The Great War changed everything and everyone, and Larry Darrell is no exception. Though his physical wounds from the war heal, his spirit is changed almost beyond recognition. He leaves his betrothed, the beautiful and devoted Isabel; studies philosophy and religion in Paris; lives as a monk, and witnesses the exotic hardships of Spanish life. All of life that he can find - from an Indian Ashrama to labor in a coal mine - becomes Larry's spiritual experiment as he spurns the comfort and privilege of the Roaring 20s.
"Brilliant and easy to read"
First published in 1925, The Painted Veil is an affirmation of the human capacity to grow, change, and forgive. Set in England and Hong Kong in the 1920s, it is the story of the beautiful but shallow young Kitty Fane. When her husband discovers her adulterous affair, he forces her to accompany him to a remote region of China ravaged by a cholera epidemic.
"What An Unexpected Delight!"
Somerset Maugham's success as a writer enabled him to indulge his adventurous love of travel, and he recorded the sights and sounds of his wide-ranging journeys with a unique urbane, wry style. The Gentleman in the Parlour is an account of the author's trip through what was then Burma and Siam, ending in Haiphong, Vietnam. Whether by river to Mandalay, on horse through the mountains and forests of the Shan States to Bangkok, or onwards by sea, Maugham's vivid descriptions bring a lost world to life.
Philip Carey, a sensitive orphan born with a clubfoot, finds himself in desperate need of passion and inspiration. He abandons his studies to travel, first to Heidelberg and then to Paris, where he nurses ambitions of becoming a great artist. Philip's youthful idealism erodes, however, as he comes face-to-face with his own mediocrity and lack of impact on the world. After returning to London to study medicine, he becomes wildly infatuated with Mildred, a vulgar, tawdry waitress, and begins a doomed love affair.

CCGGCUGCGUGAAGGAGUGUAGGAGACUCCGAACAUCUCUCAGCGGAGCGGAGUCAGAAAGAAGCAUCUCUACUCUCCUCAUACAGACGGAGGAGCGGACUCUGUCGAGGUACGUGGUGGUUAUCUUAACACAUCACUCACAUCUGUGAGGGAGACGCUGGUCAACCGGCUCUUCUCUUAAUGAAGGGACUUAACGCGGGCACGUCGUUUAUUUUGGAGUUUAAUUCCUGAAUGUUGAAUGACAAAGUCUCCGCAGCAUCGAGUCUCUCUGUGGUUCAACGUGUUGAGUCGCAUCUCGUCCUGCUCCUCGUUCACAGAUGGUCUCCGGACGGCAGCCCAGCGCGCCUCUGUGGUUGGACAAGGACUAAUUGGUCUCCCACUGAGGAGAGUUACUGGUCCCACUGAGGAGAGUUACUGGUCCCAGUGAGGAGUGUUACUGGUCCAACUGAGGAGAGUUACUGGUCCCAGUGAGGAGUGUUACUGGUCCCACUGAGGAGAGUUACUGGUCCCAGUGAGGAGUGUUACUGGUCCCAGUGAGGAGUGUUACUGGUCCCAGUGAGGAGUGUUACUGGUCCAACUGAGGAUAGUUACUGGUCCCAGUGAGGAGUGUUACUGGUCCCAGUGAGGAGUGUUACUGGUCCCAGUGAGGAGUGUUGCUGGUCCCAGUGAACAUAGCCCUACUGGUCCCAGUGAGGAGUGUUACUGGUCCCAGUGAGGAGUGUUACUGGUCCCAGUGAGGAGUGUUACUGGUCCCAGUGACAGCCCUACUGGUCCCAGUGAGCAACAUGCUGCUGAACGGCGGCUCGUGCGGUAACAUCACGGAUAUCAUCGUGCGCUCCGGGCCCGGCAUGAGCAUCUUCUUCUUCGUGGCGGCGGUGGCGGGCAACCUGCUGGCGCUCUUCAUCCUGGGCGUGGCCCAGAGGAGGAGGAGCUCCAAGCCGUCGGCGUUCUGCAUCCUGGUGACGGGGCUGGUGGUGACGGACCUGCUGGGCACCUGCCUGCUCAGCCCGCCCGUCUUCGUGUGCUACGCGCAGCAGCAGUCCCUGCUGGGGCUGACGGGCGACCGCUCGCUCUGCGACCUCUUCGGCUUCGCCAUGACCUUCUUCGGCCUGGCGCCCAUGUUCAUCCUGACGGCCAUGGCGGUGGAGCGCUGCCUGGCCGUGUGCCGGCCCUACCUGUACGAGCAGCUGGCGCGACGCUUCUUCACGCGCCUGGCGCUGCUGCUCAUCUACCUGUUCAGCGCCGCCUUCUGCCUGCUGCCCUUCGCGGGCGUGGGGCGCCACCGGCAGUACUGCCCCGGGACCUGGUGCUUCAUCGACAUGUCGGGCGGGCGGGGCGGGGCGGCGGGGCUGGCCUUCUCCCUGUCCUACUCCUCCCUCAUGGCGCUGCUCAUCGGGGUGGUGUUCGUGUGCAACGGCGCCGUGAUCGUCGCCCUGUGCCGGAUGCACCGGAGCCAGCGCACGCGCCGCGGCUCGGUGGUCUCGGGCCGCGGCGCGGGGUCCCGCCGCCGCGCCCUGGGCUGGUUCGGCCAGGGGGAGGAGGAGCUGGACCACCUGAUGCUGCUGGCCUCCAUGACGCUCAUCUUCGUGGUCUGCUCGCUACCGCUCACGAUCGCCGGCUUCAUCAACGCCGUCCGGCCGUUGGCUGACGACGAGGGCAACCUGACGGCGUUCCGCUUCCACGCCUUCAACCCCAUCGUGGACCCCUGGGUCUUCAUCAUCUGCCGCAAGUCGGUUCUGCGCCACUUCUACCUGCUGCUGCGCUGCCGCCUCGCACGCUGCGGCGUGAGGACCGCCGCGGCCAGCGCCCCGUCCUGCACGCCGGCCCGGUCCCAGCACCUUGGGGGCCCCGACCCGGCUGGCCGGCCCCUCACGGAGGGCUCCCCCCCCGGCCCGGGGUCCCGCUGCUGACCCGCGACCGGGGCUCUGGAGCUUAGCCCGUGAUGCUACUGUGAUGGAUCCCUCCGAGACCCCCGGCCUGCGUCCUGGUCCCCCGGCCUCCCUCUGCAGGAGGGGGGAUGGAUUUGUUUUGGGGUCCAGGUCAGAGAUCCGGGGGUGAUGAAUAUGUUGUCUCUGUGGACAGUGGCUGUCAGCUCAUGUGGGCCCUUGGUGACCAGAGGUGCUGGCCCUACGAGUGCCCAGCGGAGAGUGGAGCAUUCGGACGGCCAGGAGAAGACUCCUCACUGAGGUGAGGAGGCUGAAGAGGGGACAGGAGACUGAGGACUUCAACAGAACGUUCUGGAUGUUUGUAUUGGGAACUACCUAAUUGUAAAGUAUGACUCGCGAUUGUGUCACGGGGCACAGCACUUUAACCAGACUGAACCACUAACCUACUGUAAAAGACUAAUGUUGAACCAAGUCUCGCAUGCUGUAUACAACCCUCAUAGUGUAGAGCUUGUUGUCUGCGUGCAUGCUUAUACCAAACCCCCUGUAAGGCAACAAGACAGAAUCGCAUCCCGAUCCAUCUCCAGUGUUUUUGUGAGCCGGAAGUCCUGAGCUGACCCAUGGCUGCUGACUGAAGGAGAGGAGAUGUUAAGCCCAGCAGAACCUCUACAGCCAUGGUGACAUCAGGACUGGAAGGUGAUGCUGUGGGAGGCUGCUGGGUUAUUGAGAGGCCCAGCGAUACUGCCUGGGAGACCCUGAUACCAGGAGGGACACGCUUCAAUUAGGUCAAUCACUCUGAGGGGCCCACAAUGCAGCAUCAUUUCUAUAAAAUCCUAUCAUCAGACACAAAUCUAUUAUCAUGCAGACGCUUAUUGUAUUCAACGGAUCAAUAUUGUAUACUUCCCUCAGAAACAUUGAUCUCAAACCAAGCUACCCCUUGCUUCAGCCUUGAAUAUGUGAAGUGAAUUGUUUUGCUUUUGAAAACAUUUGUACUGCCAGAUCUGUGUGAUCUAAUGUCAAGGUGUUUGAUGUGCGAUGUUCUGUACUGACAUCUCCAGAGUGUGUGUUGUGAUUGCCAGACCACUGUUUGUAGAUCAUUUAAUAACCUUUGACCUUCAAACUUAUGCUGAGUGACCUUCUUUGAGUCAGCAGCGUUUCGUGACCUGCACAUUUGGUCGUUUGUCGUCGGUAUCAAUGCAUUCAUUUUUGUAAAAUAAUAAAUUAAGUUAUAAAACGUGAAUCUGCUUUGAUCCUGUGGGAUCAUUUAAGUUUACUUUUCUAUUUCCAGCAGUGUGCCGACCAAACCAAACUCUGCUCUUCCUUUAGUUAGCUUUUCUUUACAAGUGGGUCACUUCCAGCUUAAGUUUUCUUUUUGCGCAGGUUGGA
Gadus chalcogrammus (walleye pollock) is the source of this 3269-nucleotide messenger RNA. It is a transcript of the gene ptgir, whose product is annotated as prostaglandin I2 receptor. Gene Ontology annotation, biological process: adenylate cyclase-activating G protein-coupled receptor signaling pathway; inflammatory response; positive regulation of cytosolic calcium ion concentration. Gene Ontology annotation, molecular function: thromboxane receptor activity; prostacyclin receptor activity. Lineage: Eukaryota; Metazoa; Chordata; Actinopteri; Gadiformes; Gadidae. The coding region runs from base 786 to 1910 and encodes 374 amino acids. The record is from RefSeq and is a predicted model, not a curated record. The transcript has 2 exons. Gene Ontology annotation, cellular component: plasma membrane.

"You won't want it to end!"
Of Human Bondage is one of the greatest novels of modern times, and it is certainly Maugham's greatest achievement. It was published in 1914, when Maugham was at the height of his creative powers. The story concerns Philip Carey, afflicted at birth with a club foot, and his passionate search for truth in a cruel world. We follow his growth to manhood, his educational progress, his first loves, and the wrenching tragedies and disappointments that life has in store for him. In some of the finest prose of the 20th century, Maugham has presented us with the timeless story of one man's search for the meaning of life.
"One of the greats"
When Cakes and Ale was first published in 1930 it roused a storm of controversy, since many people imagined they recognised portraits of literary figures now no more. It is the novel for which Maugham wished to be remembered.
"A classic worth reading"
There have been few masters of the short story as popular as W. S. Maugham. His dry wit, worldweary loftiness, pungent cynicism, and penetrating powers of observation have contributed to the creation of some of the greatest short stories ever written.
"A masterful production of Maugham's short stories."
This is the story of Kitty Fane, the adulterous wife of a bacteriologist stationed in Hong Kong. When her husband discovers her deception, he exacts a terrible vengeance: Kitty must accompany him to the heart of a cholera epidemic in China.
"A novel about personal growth"
In June 1917, W. S. Maugham was asked by the British Secret Intelligence Service, to undertake a special mission in Russia to support Kerensky's government. The mission failed, and two and a half months later, the Bolsheviks took control. Maugham subsequently said that if he had been able to get there six months earlier, he might have succeeded. Quiet and observant, Maugham had a good temperament for intelligence work. The writer used his spying experiences as the basis for his collection of short stories called Ashenden: Or the British Agent. They became the prototype for the modern espionage novel.
This is the story of an artist who was willing to sacrifice everything for the sake of art. In much of its general outline, this famous novel follows the life of Paul Gauguin, famous French post-impressionist painter, but it is not a novelized biography of Gauguin. Rather it is a sharply-delineated, carefully wrought "private life", written by one of the most vivid and penetrating contemporary literary masters.
"great, simply great"